I missed the Congressional hearing today, but glad to hear that Ben Bernanke delivered this message:
Fed Chief Calls Congress Biggest Obstacle to Growth, by Binyamin Appelbaum, NY Times: The Federal Reserve’s chairman, Ben S. Bernanke, said Wednesday that Congress is the largest obstacle to faster economic growth, and he warned that upcoming decisions about fiscal policy could once again undermine the nation’s recovery.
“The economic recovery has continued at a moderate pace in recent quarters despite the strong headwinds created by federal fiscal policy,” Mr. Bernanke said in the opening line of his prepared remarks to a Congressional committee.
Moreover, he said, Congress could make things worse later this year.
“The risks remain that tight federal fiscal policy will restrain economic growth over the next few quarters by more than we currently expect, or that the debate concerning other fiscal policy issues, such as the status of the debt ceiling, will evolve in a way that could hamper the recovery,” he said. ...
Barry Ritholtz is right, we need to spend more right now, not less:
...[We have a] once in a lifetime opportunity to finance [infrastructure] at historically low interest rates...:
“Thanks to the Federal Reserve’s zero interest rates and quantitative easing policies, borrowing costs are near generational lows. The costs of funding the repair and renovation of America’s decaying infrastructure are as cheap as they have been since World War II.
But the era of cheap credit may be nearing its end. And thanks to a dysfunctional Washington, D.C., we are on the verge of missing a once-in-a-lifetime opportunity.”
The thinking here is that all of these things will eventually occur — bridges are falling like dominoes — so we might as well do it when the costs are cheaper rather than expensive.
... We do not want to miss the historic opportunity to finance projects at unusually inexpensive rates. Indeed, dysfunction in D.C. has already impacted state and municipal financing vehicles like the Build America Bonds. Sequestration has eliminated most of their special tax credits, and their usage as a financing vehicle has slowed significantly. It is not surprising that the public works projects that these were funding have fallen off dramatically.”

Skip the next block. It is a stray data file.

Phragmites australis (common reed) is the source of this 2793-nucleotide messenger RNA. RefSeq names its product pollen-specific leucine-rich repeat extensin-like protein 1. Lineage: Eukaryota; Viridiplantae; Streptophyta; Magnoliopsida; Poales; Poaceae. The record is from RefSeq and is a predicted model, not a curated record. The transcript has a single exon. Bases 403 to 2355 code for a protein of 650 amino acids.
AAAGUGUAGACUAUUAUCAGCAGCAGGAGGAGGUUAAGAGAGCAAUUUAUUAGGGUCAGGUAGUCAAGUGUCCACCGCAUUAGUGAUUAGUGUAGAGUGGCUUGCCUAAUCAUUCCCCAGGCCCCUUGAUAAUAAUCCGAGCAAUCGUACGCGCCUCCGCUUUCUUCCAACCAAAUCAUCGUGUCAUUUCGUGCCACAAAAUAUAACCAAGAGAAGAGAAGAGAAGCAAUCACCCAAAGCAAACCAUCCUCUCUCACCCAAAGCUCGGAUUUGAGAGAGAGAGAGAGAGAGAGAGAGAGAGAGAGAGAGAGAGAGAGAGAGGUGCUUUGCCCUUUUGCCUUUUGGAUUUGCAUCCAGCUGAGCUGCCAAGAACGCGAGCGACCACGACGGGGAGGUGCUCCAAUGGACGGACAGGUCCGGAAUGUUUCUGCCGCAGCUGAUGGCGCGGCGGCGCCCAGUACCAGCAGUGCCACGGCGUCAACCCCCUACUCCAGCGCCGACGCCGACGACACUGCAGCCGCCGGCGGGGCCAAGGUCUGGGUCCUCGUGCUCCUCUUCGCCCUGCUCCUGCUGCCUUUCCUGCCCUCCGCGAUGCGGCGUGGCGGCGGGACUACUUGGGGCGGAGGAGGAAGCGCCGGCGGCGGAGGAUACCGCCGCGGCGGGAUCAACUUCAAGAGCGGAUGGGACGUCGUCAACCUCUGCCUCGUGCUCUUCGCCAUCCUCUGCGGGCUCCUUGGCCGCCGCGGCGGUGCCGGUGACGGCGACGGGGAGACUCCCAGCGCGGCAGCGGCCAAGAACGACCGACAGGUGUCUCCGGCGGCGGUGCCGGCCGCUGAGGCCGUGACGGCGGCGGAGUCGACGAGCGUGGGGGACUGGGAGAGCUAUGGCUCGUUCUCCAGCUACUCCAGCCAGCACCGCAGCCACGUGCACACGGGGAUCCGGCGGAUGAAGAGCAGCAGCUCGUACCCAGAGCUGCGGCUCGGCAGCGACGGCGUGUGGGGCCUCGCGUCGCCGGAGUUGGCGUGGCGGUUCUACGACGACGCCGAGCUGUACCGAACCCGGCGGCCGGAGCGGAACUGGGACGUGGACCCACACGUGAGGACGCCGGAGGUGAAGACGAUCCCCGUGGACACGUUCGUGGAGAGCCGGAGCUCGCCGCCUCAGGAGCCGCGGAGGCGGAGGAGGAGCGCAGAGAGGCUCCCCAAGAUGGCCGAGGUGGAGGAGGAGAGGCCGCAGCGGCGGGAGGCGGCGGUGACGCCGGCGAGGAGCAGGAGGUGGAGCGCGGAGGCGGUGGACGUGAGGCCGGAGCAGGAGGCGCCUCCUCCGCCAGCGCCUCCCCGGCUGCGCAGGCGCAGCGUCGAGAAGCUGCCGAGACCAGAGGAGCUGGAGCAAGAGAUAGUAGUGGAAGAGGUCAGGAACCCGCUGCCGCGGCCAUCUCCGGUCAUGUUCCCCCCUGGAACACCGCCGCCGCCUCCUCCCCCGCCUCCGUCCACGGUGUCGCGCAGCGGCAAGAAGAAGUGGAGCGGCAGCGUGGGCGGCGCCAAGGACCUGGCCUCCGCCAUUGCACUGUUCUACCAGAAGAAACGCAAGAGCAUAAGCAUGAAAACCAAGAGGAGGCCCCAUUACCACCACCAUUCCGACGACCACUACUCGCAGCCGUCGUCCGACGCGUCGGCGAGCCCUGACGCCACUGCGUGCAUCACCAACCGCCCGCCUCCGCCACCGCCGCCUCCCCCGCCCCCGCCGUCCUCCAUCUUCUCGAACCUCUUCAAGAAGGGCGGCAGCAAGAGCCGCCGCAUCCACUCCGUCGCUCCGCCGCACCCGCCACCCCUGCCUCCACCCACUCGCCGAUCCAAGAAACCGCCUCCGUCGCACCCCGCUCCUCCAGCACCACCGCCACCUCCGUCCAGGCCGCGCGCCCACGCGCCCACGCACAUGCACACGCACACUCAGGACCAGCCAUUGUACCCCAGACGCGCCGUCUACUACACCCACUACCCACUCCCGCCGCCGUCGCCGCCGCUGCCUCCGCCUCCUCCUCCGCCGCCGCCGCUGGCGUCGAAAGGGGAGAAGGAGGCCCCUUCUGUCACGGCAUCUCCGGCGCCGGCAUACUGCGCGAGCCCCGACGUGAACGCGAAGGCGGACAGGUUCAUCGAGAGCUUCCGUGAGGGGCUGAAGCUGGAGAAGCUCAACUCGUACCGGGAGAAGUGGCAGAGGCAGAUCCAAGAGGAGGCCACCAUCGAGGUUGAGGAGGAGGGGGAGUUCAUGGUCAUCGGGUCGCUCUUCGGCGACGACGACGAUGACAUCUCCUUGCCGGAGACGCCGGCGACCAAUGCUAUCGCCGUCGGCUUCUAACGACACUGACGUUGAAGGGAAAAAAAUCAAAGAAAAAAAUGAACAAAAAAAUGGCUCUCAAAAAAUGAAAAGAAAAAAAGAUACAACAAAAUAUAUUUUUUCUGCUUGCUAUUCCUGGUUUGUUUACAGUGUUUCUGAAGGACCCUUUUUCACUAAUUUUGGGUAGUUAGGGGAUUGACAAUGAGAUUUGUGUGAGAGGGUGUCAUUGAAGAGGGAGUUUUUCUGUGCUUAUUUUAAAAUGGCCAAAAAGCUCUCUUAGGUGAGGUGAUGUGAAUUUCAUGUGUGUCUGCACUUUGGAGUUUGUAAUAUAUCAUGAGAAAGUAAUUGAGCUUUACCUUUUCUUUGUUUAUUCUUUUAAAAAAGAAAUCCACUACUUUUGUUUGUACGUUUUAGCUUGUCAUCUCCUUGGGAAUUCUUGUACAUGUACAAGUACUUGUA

We are fools if we let this opportunity slip by . . .
Very foolish. To add a few recent comments of my own:
...what I don't get is why conservatives have gotten away with opposing infrastructure spending to lift the economy. Infrastructure spending is inherently a supply-side policy, both sides acknowledge that, or should, and some of us believe it also short-run demand effects that are also helpful. But whether or not infrastructure spending impacts aggregate demand, it seems pretty clear given the state of our infrastructure that the benefits of this spending just in terms of the long-run effects more than cover the costs. And the argument that the private sector does it better doesn't hold since most of this spending is on public goods the private sector will not provide in sufficient quantities if it provides them at all. Finally, we can afford to borrow today to fund investment projects that have long-run benefits that exceed the costs.
But yet, here we are with an unemployment crisis, a huge output gap, and big infrastructure needs, record low interest rates, while Congress sits on its hands because conservatives will not agree to fund infrastructure, let alone government consumption spending.
I find it very frustrating.